U.S. ELECTION ASSISTANCE COMMISSION
For Immediate Release
July 31, 2007
- The United States Election Assistance
Commission (EAC) has delivered a report to Congress on the expenditure of Help
America Vote Act (HAVA) funds by state governments. The report covers election
reform payments spent (including obligated funds) by states under HAVA Sections
101 and 102 through December 31, 2006 and under Section 251 through September
30, 2006. The final report, adopted by the Commission at its last public
meeting, is available here.
approximately $3 billion under these three sections of HAVA. EAC reported
that states have spent 60 percent ($1,781,943,111) of HAVA funds received -
leaving more than $1.3 billion available for additional improvements in
election administration. According to HAVA, most of these funds are not limited
to use within a specific fiscal year.
EAC also reported that
of the funds expended:
* 76 percent was
used to purchase or upgrade voting systems and implement statewide voter
registration databases as required by HAVA;
* 16 percent was used to improve the administration of elections for Federal office;
* 8 percent was not classified by the state recipients; and
* less than one-tenth of one percent was used to implement provisional voting and polling place signage requirements.
The funds covered by
the report are described below:
* Section 101
Funds - may be used to comply with the requirements of HAVA Title III for
uniform and nondiscriminatory election technology and administration
requirements; improve the administration of elections for federal office; educate
voters; train election officials, poll workers and volunteers; develop a state
plan; and toll-free voter information hotlines;
* Section 102 Funds - may be used only to replace punch card and lever voting systems that were in use during the November 2000 general federal election.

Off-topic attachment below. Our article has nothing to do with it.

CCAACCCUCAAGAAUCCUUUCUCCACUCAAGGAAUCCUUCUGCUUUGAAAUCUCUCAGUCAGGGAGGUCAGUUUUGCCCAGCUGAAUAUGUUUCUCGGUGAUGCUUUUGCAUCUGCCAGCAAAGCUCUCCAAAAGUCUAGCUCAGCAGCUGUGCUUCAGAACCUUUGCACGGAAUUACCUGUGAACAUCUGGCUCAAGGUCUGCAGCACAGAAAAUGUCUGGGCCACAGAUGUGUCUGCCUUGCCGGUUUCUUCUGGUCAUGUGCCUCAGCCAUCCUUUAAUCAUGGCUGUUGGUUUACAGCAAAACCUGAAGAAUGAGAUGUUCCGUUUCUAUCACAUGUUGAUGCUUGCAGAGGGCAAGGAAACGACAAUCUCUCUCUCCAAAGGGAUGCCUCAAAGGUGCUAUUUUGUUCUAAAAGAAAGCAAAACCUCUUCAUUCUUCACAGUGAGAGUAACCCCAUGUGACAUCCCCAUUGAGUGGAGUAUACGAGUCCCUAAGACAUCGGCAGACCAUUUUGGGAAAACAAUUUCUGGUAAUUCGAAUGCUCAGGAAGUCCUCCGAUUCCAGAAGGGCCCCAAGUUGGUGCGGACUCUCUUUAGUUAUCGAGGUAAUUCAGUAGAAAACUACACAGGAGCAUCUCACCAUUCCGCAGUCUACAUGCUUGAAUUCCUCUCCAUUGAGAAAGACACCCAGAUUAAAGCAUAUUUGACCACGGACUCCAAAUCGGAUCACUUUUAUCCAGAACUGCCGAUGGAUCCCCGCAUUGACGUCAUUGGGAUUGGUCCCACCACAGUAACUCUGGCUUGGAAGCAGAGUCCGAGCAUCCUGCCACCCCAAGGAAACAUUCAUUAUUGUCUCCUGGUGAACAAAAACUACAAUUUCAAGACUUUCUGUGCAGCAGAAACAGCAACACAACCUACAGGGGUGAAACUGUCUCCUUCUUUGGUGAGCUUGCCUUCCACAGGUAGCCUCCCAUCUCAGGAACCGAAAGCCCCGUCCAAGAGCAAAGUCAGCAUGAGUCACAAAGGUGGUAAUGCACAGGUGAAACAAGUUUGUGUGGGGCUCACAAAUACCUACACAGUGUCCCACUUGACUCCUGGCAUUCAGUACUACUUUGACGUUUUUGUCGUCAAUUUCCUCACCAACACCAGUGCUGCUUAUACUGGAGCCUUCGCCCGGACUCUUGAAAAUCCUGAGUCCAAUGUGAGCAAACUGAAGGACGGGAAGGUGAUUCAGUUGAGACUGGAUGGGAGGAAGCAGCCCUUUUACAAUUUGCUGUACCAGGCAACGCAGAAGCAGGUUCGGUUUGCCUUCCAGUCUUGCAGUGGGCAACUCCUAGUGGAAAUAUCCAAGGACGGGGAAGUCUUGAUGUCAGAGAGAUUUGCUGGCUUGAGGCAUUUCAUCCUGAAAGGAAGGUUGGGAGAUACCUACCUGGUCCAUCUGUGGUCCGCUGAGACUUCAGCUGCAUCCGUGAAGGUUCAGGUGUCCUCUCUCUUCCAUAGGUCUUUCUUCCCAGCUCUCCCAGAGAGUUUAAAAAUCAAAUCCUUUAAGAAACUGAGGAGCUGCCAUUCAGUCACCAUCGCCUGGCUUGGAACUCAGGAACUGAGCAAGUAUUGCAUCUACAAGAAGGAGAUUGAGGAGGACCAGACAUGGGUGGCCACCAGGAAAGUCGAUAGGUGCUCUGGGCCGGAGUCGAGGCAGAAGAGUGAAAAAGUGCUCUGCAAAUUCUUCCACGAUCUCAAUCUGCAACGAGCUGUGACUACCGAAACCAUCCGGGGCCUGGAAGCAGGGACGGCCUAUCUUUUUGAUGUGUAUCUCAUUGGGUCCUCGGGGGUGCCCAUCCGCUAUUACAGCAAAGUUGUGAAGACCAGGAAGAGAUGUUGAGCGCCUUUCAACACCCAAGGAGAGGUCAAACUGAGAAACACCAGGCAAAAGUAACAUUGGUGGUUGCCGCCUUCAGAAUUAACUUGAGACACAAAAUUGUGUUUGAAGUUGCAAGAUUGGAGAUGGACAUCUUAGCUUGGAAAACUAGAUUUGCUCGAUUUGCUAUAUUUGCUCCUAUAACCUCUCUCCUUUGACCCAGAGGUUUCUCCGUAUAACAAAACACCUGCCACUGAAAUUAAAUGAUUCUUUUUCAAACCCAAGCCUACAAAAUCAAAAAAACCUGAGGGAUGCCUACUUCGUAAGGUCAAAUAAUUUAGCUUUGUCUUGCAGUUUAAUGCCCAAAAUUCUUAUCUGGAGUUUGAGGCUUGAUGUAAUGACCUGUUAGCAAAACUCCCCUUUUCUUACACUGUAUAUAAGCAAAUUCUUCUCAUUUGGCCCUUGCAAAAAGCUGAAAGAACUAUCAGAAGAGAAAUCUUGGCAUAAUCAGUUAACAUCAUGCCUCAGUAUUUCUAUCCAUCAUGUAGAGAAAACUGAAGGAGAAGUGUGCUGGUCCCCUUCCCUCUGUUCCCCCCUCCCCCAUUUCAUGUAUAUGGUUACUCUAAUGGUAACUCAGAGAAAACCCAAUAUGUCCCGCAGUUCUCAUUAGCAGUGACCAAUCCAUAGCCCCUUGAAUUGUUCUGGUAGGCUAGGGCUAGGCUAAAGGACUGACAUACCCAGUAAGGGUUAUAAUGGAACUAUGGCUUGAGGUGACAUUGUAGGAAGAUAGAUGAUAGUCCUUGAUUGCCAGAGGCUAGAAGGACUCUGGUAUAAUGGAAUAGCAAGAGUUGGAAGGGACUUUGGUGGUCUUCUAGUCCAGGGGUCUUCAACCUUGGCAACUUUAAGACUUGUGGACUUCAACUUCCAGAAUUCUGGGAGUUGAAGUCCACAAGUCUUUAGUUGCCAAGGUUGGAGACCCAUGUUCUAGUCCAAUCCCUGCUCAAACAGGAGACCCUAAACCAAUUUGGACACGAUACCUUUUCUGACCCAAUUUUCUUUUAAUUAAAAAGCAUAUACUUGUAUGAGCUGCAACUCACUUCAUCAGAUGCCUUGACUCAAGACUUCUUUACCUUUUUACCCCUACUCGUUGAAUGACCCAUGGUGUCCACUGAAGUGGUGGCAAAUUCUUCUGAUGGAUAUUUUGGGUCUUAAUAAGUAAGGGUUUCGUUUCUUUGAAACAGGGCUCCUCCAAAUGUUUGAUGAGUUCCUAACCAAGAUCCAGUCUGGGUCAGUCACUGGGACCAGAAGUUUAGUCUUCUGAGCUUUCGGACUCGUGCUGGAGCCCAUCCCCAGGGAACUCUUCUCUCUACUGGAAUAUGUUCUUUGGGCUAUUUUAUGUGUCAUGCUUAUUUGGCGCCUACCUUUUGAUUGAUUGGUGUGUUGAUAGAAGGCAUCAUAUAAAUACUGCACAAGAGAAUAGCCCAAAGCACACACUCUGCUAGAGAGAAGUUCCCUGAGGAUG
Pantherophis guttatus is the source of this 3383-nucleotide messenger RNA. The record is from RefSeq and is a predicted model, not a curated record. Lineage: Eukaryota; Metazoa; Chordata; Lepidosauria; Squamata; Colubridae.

* Section 251 Funds - may be used to implement provisional voting; provide information to voters on Election Day; procure voting systems; implement a statewide voter registration database; implement identification requirements for first-time voters who register to vote by mail; and other activities to improve the administration of elections for federal office.
States also received
funds under Section 261 of HAVA to address the accessibility of polling places
for individuals with disabilities. EAC's report does not include information
about the expenditure of these funds because they are administered by the U.S.
Department of Health and Human Services.
HAVA instructs EAC to
monitor the proper use of HAVA funds. For more information, including state
EAC is an independent bipartisan commission created by HAVA. It is
charged with administering payments to states and developing guidance to meet
HAVA requirements, adopting voluntary voting system guidelines, and accrediting
voting system test laboratories and certifying voting equipment. EAC also
serves as a national clearinghouse and resource of information regarding
election administration. The four EAC commissioners are Donetta Davidson,
chair; Rosemary Rodriguez, vice chair; Caroline Hunter; and Gracia Hillman.